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Deep Dive on 2017 Predictions for Industry and Global Supply Chains- Prediction Three: A Supply Chain Talent Perfect Storm

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The following Supply Chain Matters blog is part of our ongoing series of deep dives into each of our previously unveiled ten 2017 Predictions for Industry and Global Supply Chains.

At the start of the New Year, our parent, the Ferrari Consulting and Research Group along with our Supply Chain Matters blog as a broadcast medium, provide a series of predictions for the coming year. These predictions are shared in the spirit of assisting industry specific and global supply chain cross-functional teams in helping to set management objectives for the year ahead. Our further goal is helping our readers and clients to prepare supply chain management and line-of-business teams in establishing impactful programs, initiatives, and educational agendas.

The context for these predictions includes a broad cross-functional umbrella of supply chain strategy, planning, execution, product lifecycle management, procurement, manufacturing, transportation, logistics and customer service management.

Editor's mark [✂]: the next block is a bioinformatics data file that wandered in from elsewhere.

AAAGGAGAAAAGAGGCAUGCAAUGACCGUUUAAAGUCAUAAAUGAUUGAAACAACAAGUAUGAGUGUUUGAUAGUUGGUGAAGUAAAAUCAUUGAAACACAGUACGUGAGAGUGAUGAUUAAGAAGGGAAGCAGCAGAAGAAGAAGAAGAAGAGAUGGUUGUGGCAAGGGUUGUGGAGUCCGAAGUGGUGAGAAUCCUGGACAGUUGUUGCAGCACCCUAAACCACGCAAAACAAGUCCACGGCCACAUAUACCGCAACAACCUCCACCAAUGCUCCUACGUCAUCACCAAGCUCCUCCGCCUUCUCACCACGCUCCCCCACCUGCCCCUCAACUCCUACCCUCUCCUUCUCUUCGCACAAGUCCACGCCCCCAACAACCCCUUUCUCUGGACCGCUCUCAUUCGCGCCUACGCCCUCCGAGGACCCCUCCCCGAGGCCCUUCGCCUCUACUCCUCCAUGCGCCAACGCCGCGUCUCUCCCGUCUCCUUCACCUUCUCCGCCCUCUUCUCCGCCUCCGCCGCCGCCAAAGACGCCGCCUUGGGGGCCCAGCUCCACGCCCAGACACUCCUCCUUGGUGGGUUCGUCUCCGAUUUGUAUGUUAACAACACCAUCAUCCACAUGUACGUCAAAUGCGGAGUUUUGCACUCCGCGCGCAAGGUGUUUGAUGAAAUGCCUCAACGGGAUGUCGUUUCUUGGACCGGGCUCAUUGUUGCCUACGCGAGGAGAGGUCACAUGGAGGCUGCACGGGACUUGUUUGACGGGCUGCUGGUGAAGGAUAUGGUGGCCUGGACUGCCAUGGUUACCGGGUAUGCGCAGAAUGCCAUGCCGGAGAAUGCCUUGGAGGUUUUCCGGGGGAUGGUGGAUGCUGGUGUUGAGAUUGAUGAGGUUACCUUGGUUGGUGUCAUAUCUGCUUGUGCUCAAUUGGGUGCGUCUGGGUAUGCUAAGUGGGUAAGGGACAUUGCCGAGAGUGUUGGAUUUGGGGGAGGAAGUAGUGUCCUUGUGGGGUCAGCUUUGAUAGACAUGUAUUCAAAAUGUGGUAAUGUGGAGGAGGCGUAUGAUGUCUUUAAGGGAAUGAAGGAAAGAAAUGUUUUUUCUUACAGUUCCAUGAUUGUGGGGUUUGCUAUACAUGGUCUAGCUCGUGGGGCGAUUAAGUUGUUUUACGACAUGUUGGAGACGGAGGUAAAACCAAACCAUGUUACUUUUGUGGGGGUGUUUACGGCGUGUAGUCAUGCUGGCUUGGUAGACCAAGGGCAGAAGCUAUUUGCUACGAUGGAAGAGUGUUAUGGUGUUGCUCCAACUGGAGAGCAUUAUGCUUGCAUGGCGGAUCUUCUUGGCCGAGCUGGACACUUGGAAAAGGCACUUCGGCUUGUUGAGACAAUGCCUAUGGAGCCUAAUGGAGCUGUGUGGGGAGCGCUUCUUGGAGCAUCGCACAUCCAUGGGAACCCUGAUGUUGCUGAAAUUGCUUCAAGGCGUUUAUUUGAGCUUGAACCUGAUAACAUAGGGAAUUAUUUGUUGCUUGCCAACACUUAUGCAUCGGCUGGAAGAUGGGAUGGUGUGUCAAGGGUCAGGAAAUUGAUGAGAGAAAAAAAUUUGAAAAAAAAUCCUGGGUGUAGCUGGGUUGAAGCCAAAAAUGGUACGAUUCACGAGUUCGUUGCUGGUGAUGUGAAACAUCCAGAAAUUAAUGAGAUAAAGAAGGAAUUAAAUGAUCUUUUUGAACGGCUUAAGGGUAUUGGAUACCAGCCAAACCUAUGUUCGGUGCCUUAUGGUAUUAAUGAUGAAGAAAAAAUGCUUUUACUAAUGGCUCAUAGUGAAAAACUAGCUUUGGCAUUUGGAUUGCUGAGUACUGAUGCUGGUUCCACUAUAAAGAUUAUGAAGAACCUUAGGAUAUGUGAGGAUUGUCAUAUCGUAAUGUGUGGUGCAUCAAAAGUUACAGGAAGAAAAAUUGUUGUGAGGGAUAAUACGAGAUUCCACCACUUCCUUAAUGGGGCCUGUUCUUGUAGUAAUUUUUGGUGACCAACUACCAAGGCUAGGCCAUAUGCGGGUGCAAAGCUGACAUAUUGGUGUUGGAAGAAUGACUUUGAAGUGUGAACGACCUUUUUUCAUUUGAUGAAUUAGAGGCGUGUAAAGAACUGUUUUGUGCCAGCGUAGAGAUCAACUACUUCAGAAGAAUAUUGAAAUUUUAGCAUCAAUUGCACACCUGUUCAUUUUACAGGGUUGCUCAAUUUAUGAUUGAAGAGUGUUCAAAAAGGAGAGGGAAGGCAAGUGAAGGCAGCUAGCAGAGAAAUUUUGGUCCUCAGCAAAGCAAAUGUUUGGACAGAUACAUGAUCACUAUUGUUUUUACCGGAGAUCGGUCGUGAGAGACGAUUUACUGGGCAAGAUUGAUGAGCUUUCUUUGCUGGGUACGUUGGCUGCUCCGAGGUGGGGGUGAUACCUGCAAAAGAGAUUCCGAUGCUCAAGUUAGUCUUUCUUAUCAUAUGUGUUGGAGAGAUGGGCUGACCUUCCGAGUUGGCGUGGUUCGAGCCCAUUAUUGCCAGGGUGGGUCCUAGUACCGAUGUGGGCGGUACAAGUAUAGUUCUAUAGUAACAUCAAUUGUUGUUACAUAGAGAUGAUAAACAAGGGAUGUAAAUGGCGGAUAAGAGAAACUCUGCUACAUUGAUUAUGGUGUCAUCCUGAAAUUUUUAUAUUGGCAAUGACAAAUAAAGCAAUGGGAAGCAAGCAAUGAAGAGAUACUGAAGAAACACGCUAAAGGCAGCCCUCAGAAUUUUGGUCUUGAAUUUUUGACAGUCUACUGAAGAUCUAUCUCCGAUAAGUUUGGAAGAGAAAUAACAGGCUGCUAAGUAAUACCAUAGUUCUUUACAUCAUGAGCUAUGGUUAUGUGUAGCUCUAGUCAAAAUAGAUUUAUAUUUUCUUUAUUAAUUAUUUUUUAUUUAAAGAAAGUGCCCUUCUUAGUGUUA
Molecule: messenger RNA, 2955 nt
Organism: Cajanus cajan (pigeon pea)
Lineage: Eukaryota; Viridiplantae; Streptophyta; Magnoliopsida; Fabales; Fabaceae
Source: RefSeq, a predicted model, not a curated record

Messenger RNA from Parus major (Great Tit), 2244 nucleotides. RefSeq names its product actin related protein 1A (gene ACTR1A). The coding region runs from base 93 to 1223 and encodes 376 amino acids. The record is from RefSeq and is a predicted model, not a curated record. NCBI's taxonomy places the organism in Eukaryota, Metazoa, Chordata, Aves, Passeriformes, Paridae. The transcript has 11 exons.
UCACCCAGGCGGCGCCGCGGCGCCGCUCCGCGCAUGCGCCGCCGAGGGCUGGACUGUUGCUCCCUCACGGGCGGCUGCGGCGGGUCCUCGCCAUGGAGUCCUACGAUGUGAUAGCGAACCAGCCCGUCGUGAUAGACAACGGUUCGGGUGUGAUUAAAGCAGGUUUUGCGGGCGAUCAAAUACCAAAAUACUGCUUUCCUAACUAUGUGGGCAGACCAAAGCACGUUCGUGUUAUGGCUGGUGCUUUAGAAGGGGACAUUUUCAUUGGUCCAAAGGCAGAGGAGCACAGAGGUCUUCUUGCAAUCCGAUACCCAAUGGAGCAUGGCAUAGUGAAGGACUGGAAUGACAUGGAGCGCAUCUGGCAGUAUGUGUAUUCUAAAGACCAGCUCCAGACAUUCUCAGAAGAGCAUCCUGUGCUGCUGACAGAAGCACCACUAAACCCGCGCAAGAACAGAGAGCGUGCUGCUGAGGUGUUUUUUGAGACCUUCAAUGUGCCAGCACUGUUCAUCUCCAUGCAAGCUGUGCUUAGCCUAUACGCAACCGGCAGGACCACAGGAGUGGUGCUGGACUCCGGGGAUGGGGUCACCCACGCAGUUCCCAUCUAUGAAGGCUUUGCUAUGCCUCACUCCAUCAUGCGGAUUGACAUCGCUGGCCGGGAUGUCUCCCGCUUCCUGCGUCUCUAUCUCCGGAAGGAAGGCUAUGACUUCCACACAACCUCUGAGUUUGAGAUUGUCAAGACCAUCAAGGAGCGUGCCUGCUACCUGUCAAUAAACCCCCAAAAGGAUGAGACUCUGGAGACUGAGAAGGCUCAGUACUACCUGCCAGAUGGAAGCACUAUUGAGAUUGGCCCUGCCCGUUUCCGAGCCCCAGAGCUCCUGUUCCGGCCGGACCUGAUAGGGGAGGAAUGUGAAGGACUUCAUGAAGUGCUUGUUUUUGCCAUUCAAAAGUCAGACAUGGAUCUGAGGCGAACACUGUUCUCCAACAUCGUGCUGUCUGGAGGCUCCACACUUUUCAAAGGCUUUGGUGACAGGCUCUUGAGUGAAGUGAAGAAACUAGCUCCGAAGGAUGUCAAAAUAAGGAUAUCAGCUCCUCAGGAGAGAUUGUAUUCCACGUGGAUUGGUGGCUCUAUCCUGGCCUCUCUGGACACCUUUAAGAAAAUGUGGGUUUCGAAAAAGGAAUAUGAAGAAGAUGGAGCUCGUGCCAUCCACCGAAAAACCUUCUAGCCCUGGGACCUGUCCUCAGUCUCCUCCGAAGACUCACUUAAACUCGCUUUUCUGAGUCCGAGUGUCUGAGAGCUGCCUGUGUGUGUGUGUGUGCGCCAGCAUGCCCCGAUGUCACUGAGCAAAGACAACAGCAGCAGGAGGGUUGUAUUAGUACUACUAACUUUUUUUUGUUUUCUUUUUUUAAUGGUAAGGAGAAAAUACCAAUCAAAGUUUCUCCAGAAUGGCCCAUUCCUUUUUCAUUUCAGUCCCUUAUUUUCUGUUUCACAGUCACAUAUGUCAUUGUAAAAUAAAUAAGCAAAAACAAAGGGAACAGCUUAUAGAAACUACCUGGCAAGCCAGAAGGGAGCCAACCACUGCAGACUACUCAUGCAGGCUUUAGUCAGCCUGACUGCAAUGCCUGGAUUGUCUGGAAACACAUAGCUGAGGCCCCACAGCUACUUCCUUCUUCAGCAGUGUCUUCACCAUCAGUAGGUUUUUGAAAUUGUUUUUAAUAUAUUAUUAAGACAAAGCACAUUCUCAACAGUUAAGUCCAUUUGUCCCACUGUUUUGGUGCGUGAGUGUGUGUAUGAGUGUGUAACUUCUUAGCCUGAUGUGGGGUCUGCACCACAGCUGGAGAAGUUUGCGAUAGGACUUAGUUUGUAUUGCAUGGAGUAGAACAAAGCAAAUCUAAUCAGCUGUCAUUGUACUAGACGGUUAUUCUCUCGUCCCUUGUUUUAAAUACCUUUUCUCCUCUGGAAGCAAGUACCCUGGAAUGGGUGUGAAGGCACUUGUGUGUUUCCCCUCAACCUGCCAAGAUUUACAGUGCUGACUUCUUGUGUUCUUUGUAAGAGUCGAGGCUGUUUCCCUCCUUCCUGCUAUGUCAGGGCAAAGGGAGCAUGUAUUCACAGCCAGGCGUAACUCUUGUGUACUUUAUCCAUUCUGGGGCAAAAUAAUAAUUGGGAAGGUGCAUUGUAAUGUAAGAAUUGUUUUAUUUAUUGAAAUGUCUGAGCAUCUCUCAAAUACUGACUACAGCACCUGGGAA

In an earlier Supply Chain Matters blog postings, we provided deep dives related to:

 Prediction One- Subdued World Economic Outlook and Heighted Uncertainty to Test Industry Supply Chain Agility.

Prediction Two- A Challenging Year in Procurement

In this third-deep dive series posting, we drill down on Prediction Three.

 

2017 Prediction Three: A Supply Chain Talent Perfect Storm

For all functions that make up the umbrella of today’s supply chain management capabilities, we predict a supply chain talent perfect storm, one that is sure to occupy more of the management attention of supply chain and business senior leadership. The perfect storm is increased skills demand meeting limited available skilled talent supply. As Bloomberg BusinessWeek declared in late December 2016: “Right now the problem isn’t too many workers who can’t find jobs. It’s too many jobs that can’t find workers.” The coming year may well provide a period where lack of skills and talent will take on a discernable and visible impact on required competences.

The perfect storm will come from the confluence of even more demands for supply chain agility and responsiveness to unprecedented business changes across industries, demanding that supply chain teams take on a more strategic advisory or business partner role concerning key decisions in manufacturing and component sourcing, supply chain network design or customer fulfillment changes. Taking on a more business advisory focus requires that supply chain leaders have more depth in their respective organizations to support simultaneous strategic, tactical, and operational support needs, coupled with augmented technology applications that enhance decision-making.